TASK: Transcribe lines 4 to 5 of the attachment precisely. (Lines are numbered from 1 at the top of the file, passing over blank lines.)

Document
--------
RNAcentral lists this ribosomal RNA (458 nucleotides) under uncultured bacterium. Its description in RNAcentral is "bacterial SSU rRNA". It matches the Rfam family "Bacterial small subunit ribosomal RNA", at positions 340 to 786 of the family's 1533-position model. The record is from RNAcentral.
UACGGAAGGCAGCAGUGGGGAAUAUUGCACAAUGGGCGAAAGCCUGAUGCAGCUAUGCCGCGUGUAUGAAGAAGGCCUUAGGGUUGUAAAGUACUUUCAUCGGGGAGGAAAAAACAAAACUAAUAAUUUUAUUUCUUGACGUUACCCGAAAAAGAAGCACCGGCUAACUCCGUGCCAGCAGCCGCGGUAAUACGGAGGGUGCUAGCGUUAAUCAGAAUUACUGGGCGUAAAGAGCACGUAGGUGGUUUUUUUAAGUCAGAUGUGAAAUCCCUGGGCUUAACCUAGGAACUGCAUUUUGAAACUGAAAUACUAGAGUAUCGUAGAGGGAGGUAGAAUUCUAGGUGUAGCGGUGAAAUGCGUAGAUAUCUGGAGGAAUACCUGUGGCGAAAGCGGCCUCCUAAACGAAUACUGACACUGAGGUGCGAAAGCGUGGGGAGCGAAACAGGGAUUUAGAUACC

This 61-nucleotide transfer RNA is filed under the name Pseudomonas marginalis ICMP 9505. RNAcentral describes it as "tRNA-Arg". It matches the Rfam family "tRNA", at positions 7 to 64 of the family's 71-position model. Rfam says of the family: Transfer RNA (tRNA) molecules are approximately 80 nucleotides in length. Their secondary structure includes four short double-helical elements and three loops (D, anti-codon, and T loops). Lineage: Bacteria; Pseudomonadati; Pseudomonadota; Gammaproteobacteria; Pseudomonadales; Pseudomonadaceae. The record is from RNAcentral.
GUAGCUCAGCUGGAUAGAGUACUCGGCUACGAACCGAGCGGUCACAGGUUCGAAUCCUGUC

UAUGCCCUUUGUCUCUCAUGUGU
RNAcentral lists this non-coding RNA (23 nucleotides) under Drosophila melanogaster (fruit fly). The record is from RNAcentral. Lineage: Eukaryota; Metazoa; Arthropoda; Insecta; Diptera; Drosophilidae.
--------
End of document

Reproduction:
GUAGCUCAGCUGGAUAGAGUACUCGGCUACGAACCGAGCGGUCACAGGUUCGAAUCCUGUC

UAUGCCCUUUGUCUCUCAUGUGU